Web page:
Williams is walking into a landscape that has changed dramatically since he first aspired to the job. In the 1980s, he recalled, when he was covering the White House, Brit Hume, then ABC’s White House correspondent, would stick his head in Williams’ office and quip, “Are you addressing the American people tonight?” Hume is now the lead anchor for Fox News Channel, whose opinionated talk shows and around-the-clock news have been key factors in the roiling TV news landscape, siphoning younger viewers from the three broadcast networks that used to have the turf to themselves. Fracturing the audience even further are attitude-driven upstarts such as Comedy Central’s faux-news “Daily Show With Jon Stewart,” along with Internet sites and technological innovations such as delivering headlines via cellphone alerts.
Still, among the broadcast networks, NBC’s evening newscast is the leader, pulling in an average 9.8 million viewers per night and estimated revenues of just over $100 million this calendar year. So in the last couple of years, before being entrusted with the premier chair in broadcast news, Williams has been attending a finishing school of sorts.
Although he was already a seasoned reporter and anchor with the difficult White House beat and an hourlong nightly cable newscast under his belt, he still had some ground to cover.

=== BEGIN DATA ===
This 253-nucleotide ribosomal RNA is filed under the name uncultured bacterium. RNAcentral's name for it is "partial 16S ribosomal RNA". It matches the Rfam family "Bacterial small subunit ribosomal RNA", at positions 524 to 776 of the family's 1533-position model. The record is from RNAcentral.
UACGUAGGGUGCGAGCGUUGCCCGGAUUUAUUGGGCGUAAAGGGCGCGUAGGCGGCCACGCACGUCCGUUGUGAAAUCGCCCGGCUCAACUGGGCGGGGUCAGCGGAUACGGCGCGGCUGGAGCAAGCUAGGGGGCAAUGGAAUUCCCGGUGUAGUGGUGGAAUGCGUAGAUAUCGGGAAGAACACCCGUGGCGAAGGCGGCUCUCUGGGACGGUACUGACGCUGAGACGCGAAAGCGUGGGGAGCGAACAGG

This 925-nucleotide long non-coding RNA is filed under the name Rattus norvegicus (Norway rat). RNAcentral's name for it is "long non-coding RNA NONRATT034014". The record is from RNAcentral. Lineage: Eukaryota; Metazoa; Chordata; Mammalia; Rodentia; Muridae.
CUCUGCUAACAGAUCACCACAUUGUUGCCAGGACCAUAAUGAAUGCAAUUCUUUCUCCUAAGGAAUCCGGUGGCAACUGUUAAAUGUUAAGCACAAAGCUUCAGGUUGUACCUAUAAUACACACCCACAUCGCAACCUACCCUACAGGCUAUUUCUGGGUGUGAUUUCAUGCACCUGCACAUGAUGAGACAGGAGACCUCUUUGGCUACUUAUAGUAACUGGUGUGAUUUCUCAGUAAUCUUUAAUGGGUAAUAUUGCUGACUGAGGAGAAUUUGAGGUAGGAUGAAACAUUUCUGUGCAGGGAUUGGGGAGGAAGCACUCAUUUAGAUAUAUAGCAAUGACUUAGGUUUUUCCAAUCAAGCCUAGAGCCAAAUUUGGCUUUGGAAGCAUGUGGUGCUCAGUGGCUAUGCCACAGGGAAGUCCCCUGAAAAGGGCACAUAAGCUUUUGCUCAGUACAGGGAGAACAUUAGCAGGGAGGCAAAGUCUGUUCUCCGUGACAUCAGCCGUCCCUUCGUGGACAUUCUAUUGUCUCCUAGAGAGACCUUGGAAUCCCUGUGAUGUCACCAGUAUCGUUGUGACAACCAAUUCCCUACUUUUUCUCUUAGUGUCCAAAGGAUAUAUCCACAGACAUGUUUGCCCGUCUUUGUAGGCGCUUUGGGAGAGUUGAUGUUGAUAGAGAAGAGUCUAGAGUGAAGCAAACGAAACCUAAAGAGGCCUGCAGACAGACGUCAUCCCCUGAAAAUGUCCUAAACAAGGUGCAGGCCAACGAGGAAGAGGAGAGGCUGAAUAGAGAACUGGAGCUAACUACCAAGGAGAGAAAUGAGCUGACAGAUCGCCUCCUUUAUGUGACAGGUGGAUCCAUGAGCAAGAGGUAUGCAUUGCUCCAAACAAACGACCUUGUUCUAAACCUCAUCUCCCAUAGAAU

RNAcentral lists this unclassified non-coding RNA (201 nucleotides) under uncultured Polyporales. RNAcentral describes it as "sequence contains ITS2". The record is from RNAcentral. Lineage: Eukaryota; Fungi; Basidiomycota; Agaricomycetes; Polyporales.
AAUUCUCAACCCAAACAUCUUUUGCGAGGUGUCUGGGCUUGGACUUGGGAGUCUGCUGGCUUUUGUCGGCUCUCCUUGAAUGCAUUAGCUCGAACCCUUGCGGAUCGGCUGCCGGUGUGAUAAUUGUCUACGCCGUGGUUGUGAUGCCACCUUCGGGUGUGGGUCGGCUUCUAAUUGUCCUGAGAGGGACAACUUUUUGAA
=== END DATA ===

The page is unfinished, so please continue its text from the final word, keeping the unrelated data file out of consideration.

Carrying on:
In 1999, a New York Post TV critic quoted Williams as saying on MSNBC, during a report on the Columbine High School massacre: “We should tell you that we are approaching 9:15 on the East Coast, 6:15 on the West Coast, on a day that follows one and precedes another, a day that is filled with 24 hours, each hour seeming like so many more....” And that was just for starters. Williams talks more succinctly now.
He popped up around the globe, including a recent trip to cover Yasser Arafat’s funeral, as NBC sent him on a whirlwind of reporting assignments to give him the foreign experience he lacks. For a while, Williams was assigned to work with a veteran executive producer with four decades of experience in evening news. In the last eight months, he has traveled to NBC affiliate stations across the country, putting in face time and taping promotional ads. Many more of those trips lie ahead.
And to soften his sometimes-too- serious demeanor, he’s been booked on late-night comedy programs and on “Imus in the Morning,” where he held his own even at 6:30 a.m. ET after a sleepless election night. “Brian is indeed charming and funny, so we’ve looked for more ways to show that,” said Neal Shapiro, the president of NBC News. Thursday’s handover -- Brokaw’s last night will also be the last night of the November sweeps ratings period -- will be the first major network anchor change since Brokaw and Jennings themselves got sole custody of their jobs in 1983.